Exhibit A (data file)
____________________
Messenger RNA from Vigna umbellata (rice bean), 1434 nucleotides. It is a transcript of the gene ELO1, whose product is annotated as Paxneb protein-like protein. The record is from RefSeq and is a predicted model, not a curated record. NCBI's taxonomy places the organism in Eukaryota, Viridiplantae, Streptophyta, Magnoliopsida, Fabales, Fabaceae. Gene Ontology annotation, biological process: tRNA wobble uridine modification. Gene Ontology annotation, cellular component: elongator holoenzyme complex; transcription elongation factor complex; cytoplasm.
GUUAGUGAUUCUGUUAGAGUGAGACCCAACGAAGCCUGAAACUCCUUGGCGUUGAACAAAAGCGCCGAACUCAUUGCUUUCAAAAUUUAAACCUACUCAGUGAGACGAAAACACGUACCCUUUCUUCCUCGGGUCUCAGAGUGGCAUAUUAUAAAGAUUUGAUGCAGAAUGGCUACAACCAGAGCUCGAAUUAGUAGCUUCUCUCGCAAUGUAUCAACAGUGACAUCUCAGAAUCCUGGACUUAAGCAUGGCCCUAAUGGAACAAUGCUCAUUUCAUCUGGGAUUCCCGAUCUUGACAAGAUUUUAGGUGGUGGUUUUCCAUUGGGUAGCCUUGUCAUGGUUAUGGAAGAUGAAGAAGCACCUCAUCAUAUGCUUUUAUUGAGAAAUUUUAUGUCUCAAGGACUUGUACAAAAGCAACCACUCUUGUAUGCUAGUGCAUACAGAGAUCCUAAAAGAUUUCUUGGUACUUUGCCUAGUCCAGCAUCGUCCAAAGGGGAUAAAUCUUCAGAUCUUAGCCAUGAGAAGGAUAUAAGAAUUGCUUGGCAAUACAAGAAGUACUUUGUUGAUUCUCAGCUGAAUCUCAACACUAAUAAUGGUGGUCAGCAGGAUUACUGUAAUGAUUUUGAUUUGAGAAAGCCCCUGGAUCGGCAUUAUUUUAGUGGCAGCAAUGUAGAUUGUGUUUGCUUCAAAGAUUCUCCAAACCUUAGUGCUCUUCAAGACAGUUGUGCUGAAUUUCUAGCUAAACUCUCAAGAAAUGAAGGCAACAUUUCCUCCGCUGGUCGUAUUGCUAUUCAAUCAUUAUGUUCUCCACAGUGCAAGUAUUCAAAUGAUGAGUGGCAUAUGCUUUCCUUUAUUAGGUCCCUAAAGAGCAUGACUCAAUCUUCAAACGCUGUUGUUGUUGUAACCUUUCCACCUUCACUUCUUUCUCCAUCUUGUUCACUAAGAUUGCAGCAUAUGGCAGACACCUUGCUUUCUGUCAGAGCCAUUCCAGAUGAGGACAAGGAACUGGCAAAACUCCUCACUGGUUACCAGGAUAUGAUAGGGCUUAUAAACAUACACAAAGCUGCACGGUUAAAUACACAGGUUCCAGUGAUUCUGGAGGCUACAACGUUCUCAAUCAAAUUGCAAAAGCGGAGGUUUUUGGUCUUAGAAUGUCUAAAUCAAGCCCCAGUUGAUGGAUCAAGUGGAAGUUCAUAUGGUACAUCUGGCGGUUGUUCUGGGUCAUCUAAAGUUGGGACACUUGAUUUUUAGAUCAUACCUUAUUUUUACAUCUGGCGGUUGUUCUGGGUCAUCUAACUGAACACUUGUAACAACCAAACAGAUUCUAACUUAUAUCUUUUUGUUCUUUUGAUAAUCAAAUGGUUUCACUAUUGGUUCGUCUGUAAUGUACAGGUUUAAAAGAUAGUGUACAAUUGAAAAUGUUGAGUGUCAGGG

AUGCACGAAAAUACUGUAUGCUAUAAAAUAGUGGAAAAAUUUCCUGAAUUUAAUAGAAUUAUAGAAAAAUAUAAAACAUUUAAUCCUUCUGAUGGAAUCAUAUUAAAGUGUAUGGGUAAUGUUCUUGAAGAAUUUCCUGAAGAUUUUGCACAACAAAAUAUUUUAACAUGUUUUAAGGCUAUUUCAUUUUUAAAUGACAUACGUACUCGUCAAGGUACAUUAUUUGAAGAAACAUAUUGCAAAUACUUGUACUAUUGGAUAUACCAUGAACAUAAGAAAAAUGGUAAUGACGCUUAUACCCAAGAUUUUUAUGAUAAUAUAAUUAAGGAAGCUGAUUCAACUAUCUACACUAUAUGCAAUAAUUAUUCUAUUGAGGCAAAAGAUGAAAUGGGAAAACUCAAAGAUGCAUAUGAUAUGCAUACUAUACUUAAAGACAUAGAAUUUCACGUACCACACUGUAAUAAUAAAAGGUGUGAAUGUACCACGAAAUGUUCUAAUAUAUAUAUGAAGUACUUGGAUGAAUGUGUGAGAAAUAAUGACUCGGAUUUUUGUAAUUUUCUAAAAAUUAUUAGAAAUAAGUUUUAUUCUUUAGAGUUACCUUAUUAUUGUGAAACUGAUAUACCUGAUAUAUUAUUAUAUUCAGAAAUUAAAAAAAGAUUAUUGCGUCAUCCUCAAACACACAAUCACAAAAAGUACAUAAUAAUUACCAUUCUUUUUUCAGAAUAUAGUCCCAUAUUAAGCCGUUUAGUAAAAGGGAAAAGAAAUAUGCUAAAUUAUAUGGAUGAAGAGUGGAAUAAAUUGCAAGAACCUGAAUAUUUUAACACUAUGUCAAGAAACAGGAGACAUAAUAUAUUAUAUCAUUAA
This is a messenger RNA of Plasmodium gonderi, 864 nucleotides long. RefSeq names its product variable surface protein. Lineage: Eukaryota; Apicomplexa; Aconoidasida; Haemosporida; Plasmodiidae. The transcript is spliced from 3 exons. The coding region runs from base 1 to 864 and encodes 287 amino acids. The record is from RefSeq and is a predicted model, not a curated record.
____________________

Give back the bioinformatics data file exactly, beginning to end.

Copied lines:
Messenger RNA from Vigna umbellata (rice bean), 1434 nucleotides. It is a transcript of the gene ELO1, whose product is annotated as Paxneb protein-like protein. The record is from RefSeq and is a predicted model, not a curated record. NCBI's taxonomy places the organism in Eukaryota, Viridiplantae, Streptophyta, Magnoliopsida, Fabales, Fabaceae. Gene Ontology annotation, biological process: tRNA wobble uridine modification. Gene Ontology annotation, cellular component: elongator holoenzyme complex; transcription elongation factor complex; cytoplasm.
GUUAGUGAUUCUGUUAGAGUGAGACCCAACGAAGCCUGAAACUCCUUGGCGUUGAACAAAAGCGCCGAACUCAUUGCUUUCAAAAUUUAAACCUACUCAGUGAGACGAAAACACGUACCCUUUCUUCCUCGGGUCUCAGAGUGGCAUAUUAUAAAGAUUUGAUGCAGAAUGGCUACAACCAGAGCUCGAAUUAGUAGCUUCUCUCGCAAUGUAUCAACAGUGACAUCUCAGAAUCCUGGACUUAAGCAUGGCCCUAAUGGAACAAUGCUCAUUUCAUCUGGGAUUCCCGAUCUUGACAAGAUUUUAGGUGGUGGUUUUCCAUUGGGUAGCCUUGUCAUGGUUAUGGAAGAUGAAGAAGCACCUCAUCAUAUGCUUUUAUUGAGAAAUUUUAUGUCUCAAGGACUUGUACAAAAGCAACCACUCUUGUAUGCUAGUGCAUACAGAGAUCCUAAAAGAUUUCUUGGUACUUUGCCUAGUCCAGCAUCGUCCAAAGGGGAUAAAUCUUCAGAUCUUAGCCAUGAGAAGGAUAUAAGAAUUGCUUGGCAAUACAAGAAGUACUUUGUUGAUUCUCAGCUGAAUCUCAACACUAAUAAUGGUGGUCAGCAGGAUUACUGUAAUGAUUUUGAUUUGAGAAAGCCCCUGGAUCGGCAUUAUUUUAGUGGCAGCAAUGUAGAUUGUGUUUGCUUCAAAGAUUCUCCAAACCUUAGUGCUCUUCAAGACAGUUGUGCUGAAUUUCUAGCUAAACUCUCAAGAAAUGAAGGCAACAUUUCCUCCGCUGGUCGUAUUGCUAUUCAAUCAUUAUGUUCUCCACAGUGCAAGUAUUCAAAUGAUGAGUGGCAUAUGCUUUCCUUUAUUAGGUCCCUAAAGAGCAUGACUCAAUCUUCAAACGCUGUUGUUGUUGUAACCUUUCCACCUUCACUUCUUUCUCCAUCUUGUUCACUAAGAUUGCAGCAUAUGGCAGACACCUUGCUUUCUGUCAGAGCCAUUCCAGAUGAGGACAAGGAACUGGCAAAACUCCUCACUGGUUACCAGGAUAUGAUAGGGCUUAUAAACAUACACAAAGCUGCACGGUUAAAUACACAGGUUCCAGUGAUUCUGGAGGCUACAACGUUCUCAAUCAAAUUGCAAAAGCGGAGGUUUUUGGUCUUAGAAUGUCUAAAUCAAGCCCCAGUUGAUGGAUCAAGUGGAAGUUCAUAUGGUACAUCUGGCGGUUGUUCUGGGUCAUCUAAAGUUGGGACACUUGAUUUUUAGAUCAUACCUUAUUUUUACAUCUGGCGGUUGUUCUGGGUCAUCUAACUGAACACUUGUAACAACCAAACAGAUUCUAACUUAUAUCUUUUUGUUCUUUUGAUAAUCAAAUGGUUUCACUAUUGGUUCGUCUGUAAUGUACAGGUUUAAAAGAUAGUGUACAAUUGAAAAUGUUGAGUGUCAGGG

AUGCACGAAAAUACUGUAUGCUAUAAAAUAGUGGAAAAAUUUCCUGAAUUUAAUAGAAUUAUAGAAAAAUAUAAAACAUUUAAUCCUUCUGAUGGAAUCAUAUUAAAGUGUAUGGGUAAUGUUCUUGAAGAAUUUCCUGAAGAUUUUGCACAACAAAAUAUUUUAACAUGUUUUAAGGCUAUUUCAUUUUUAAAUGACAUACGUACUCGUCAAGGUACAUUAUUUGAAGAAACAUAUUGCAAAUACUUGUACUAUUGGAUAUACCAUGAACAUAAGAAAAAUGGUAAUGACGCUUAUACCCAAGAUUUUUAUGAUAAUAUAAUUAAGGAAGCUGAUUCAACUAUCUACACUAUAUGCAAUAAUUAUUCUAUUGAGGCAAAAGAUGAAAUGGGAAAACUCAAAGAUGCAUAUGAUAUGCAUACUAUACUUAAAGACAUAGAAUUUCACGUACCACACUGUAAUAAUAAAAGGUGUGAAUGUACCACGAAAUGUUCUAAUAUAUAUAUGAAGUACUUGGAUGAAUGUGUGAGAAAUAAUGACUCGGAUUUUUGUAAUUUUCUAAAAAUUAUUAGAAAUAAGUUUUAUUCUUUAGAGUUACCUUAUUAUUGUGAAACUGAUAUACCUGAUAUAUUAUUAUAUUCAGAAAUUAAAAAAAGAUUAUUGCGUCAUCCUCAAACACACAAUCACAAAAAGUACAUAAUAAUUACCAUUCUUUUUUCAGAAUAUAGUCCCAUAUUAAGCCGUUUAGUAAAAGGGAAAAGAAAUAUGCUAAAUUAUAUGGAUGAAGAGUGGAAUAAAUUGCAAGAACCUGAAUAUUUUAACACUAUGUCAAGAAACAGGAGACAUAAUAUAUUAUAUCAUUAA
This is a messenger RNA of Plasmodium gonderi, 864 nucleotides long. RefSeq names its product variable surface protein. Lineage: Eukaryota; Apicomplexa; Aconoidasida; Haemosporida; Plasmodiidae. The transcript is spliced from 3 exons. The coding region runs from base 1 to 864 and encodes 287 amino acids. The record is from RefSeq and is a predicted model, not a curated record.